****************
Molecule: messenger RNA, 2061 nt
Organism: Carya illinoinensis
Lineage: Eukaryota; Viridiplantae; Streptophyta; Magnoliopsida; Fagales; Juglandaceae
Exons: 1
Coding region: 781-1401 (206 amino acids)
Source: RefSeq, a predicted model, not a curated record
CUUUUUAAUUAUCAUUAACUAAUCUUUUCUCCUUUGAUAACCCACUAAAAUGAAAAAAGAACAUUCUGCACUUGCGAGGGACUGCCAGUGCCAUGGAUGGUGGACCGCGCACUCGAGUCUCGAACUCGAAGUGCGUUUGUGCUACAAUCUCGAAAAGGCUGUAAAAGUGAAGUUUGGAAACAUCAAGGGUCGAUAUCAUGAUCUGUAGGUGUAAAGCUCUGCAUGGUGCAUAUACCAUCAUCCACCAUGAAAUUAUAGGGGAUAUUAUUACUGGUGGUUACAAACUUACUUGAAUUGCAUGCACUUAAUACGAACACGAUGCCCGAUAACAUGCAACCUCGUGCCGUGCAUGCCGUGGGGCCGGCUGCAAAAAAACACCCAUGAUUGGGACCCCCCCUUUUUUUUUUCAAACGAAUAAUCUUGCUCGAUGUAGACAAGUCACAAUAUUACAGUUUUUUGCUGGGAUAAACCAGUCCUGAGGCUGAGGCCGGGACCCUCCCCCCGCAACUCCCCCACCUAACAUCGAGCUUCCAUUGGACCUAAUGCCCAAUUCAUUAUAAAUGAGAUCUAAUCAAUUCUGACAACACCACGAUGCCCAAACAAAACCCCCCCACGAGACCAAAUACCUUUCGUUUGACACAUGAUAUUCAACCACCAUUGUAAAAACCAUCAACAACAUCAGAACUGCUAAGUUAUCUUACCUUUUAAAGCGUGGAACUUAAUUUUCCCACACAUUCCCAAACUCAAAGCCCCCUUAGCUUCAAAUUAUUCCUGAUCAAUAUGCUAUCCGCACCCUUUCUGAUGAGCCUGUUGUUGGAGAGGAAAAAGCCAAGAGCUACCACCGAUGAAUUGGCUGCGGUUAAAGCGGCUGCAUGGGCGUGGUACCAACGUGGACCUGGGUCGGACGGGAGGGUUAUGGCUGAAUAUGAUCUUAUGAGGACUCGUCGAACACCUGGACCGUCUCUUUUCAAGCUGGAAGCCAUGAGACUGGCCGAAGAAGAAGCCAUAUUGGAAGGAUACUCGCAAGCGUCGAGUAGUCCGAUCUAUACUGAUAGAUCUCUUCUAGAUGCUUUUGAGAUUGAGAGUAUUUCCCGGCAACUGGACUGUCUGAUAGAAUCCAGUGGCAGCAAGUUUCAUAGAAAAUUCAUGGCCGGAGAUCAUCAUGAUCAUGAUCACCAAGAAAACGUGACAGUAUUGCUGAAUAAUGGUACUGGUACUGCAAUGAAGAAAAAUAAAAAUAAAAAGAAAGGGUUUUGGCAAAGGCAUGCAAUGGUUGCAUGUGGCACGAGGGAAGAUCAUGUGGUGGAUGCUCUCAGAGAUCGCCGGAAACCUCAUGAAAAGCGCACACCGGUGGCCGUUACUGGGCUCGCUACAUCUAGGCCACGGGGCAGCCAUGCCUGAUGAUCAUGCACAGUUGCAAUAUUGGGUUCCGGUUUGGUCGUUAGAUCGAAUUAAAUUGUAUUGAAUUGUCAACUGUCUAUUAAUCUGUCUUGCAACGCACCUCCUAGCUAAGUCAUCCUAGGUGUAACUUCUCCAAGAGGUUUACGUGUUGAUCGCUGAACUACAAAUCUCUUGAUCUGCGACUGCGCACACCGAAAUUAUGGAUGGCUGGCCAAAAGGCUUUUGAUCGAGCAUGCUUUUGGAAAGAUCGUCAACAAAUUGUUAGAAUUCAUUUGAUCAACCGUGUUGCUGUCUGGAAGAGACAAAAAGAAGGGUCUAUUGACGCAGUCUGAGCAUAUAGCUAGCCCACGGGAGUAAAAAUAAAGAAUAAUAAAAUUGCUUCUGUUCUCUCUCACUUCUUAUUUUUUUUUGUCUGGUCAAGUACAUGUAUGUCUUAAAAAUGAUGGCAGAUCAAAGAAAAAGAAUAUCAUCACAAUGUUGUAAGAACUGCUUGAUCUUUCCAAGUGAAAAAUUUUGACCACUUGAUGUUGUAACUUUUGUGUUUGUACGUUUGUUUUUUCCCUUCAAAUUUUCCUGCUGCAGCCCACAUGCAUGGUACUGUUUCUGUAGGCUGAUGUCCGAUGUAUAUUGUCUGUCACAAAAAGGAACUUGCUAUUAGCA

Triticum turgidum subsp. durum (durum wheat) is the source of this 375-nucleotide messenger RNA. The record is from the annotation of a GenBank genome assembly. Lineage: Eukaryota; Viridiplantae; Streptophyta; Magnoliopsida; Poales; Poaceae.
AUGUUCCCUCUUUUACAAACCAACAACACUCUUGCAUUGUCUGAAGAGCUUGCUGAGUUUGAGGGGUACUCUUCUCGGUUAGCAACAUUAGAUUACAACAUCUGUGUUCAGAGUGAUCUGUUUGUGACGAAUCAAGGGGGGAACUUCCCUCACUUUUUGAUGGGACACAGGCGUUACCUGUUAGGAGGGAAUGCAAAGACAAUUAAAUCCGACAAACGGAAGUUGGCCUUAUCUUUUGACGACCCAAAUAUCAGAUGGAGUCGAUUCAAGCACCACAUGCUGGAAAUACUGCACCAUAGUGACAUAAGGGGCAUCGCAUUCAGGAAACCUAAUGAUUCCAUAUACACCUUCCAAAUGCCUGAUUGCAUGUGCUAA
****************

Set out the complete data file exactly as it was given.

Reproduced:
Molecule: messenger RNA, 2061 nt
Organism: Carya illinoinensis
Lineage: Eukaryota; Viridiplantae; Streptophyta; Magnoliopsida; Fagales; Juglandaceae
Exons: 1
Coding region: 781-1401 (206 amino acids)
Source: RefSeq, a predicted model, not a curated record
CUUUUUAAUUAUCAUUAACUAAUCUUUUCUCCUUUGAUAACCCACUAAAAUGAAAAAAGAACAUUCUGCACUUGCGAGGGACUGCCAGUGCCAUGGAUGGUGGACCGCGCACUCGAGUCUCGAACUCGAAGUGCGUUUGUGCUACAAUCUCGAAAAGGCUGUAAAAGUGAAGUUUGGAAACAUCAAGGGUCGAUAUCAUGAUCUGUAGGUGUAAAGCUCUGCAUGGUGCAUAUACCAUCAUCCACCAUGAAAUUAUAGGGGAUAUUAUUACUGGUGGUUACAAACUUACUUGAAUUGCAUGCACUUAAUACGAACACGAUGCCCGAUAACAUGCAACCUCGUGCCGUGCAUGCCGUGGGGCCGGCUGCAAAAAAACACCCAUGAUUGGGACCCCCCCUUUUUUUUUUCAAACGAAUAAUCUUGCUCGAUGUAGACAAGUCACAAUAUUACAGUUUUUUGCUGGGAUAAACCAGUCCUGAGGCUGAGGCCGGGACCCUCCCCCCGCAACUCCCCCACCUAACAUCGAGCUUCCAUUGGACCUAAUGCCCAAUUCAUUAUAAAUGAGAUCUAAUCAAUUCUGACAACACCACGAUGCCCAAACAAAACCCCCCCACGAGACCAAAUACCUUUCGUUUGACACAUGAUAUUCAACCACCAUUGUAAAAACCAUCAACAACAUCAGAACUGCUAAGUUAUCUUACCUUUUAAAGCGUGGAACUUAAUUUUCCCACACAUUCCCAAACUCAAAGCCCCCUUAGCUUCAAAUUAUUCCUGAUCAAUAUGCUAUCCGCACCCUUUCUGAUGAGCCUGUUGUUGGAGAGGAAAAAGCCAAGAGCUACCACCGAUGAAUUGGCUGCGGUUAAAGCGGCUGCAUGGGCGUGGUACCAACGUGGACCUGGGUCGGACGGGAGGGUUAUGGCUGAAUAUGAUCUUAUGAGGACUCGUCGAACACCUGGACCGUCUCUUUUCAAGCUGGAAGCCAUGAGACUGGCCGAAGAAGAAGCCAUAUUGGAAGGAUACUCGCAAGCGUCGAGUAGUCCGAUCUAUACUGAUAGAUCUCUUCUAGAUGCUUUUGAGAUUGAGAGUAUUUCCCGGCAACUGGACUGUCUGAUAGAAUCCAGUGGCAGCAAGUUUCAUAGAAAAUUCAUGGCCGGAGAUCAUCAUGAUCAUGAUCACCAAGAAAACGUGACAGUAUUGCUGAAUAAUGGUACUGGUACUGCAAUGAAGAAAAAUAAAAAUAAAAAGAAAGGGUUUUGGCAAAGGCAUGCAAUGGUUGCAUGUGGCACGAGGGAAGAUCAUGUGGUGGAUGCUCUCAGAGAUCGCCGGAAACCUCAUGAAAAGCGCACACCGGUGGCCGUUACUGGGCUCGCUACAUCUAGGCCACGGGGCAGCCAUGCCUGAUGAUCAUGCACAGUUGCAAUAUUGGGUUCCGGUUUGGUCGUUAGAUCGAAUUAAAUUGUAUUGAAUUGUCAACUGUCUAUUAAUCUGUCUUGCAACGCACCUCCUAGCUAAGUCAUCCUAGGUGUAACUUCUCCAAGAGGUUUACGUGUUGAUCGCUGAACUACAAAUCUCUUGAUCUGCGACUGCGCACACCGAAAUUAUGGAUGGCUGGCCAAAAGGCUUUUGAUCGAGCAUGCUUUUGGAAAGAUCGUCAACAAAUUGUUAGAAUUCAUUUGAUCAACCGUGUUGCUGUCUGGAAGAGACAAAAAGAAGGGUCUAUUGACGCAGUCUGAGCAUAUAGCUAGCCCACGGGAGUAAAAAUAAAGAAUAAUAAAAUUGCUUCUGUUCUCUCUCACUUCUUAUUUUUUUUUGUCUGGUCAAGUACAUGUAUGUCUUAAAAAUGAUGGCAGAUCAAAGAAAAAGAAUAUCAUCACAAUGUUGUAAGAACUGCUUGAUCUUUCCAAGUGAAAAAUUUUGACCACUUGAUGUUGUAACUUUUGUGUUUGUACGUUUGUUUUUUCCCUUCAAAUUUUCCUGCUGCAGCCCACAUGCAUGGUACUGUUUCUGUAGGCUGAUGUCCGAUGUAUAUUGUCUGUCACAAAAAGGAACUUGCUAUUAGCA

Triticum turgidum subsp. durum (durum wheat) is the source of this 375-nucleotide messenger RNA. The record is from the annotation of a GenBank genome assembly. Lineage: Eukaryota; Viridiplantae; Streptophyta; Magnoliopsida; Poales; Poaceae.
AUGUUCCCUCUUUUACAAACCAACAACACUCUUGCAUUGUCUGAAGAGCUUGCUGAGUUUGAGGGGUACUCUUCUCGGUUAGCAACAUUAGAUUACAACAUCUGUGUUCAGAGUGAUCUGUUUGUGACGAAUCAAGGGGGGAACUUCCCUCACUUUUUGAUGGGACACAGGCGUUACCUGUUAGGAGGGAAUGCAAAGACAAUUAAAUCCGACAAACGGAAGUUGGCCUUAUCUUUUGACGACCCAAAUAUCAGAUGGAGUCGAUUCAAGCACCACAUGCUGGAAAUACUGCACCAUAGUGACAUAAGGGGCAUCGCAUUCAGGAAACCUAAUGAUUCCAUAUACACCUUCCAAAUGCCUGAUUGCAUGUGCUAA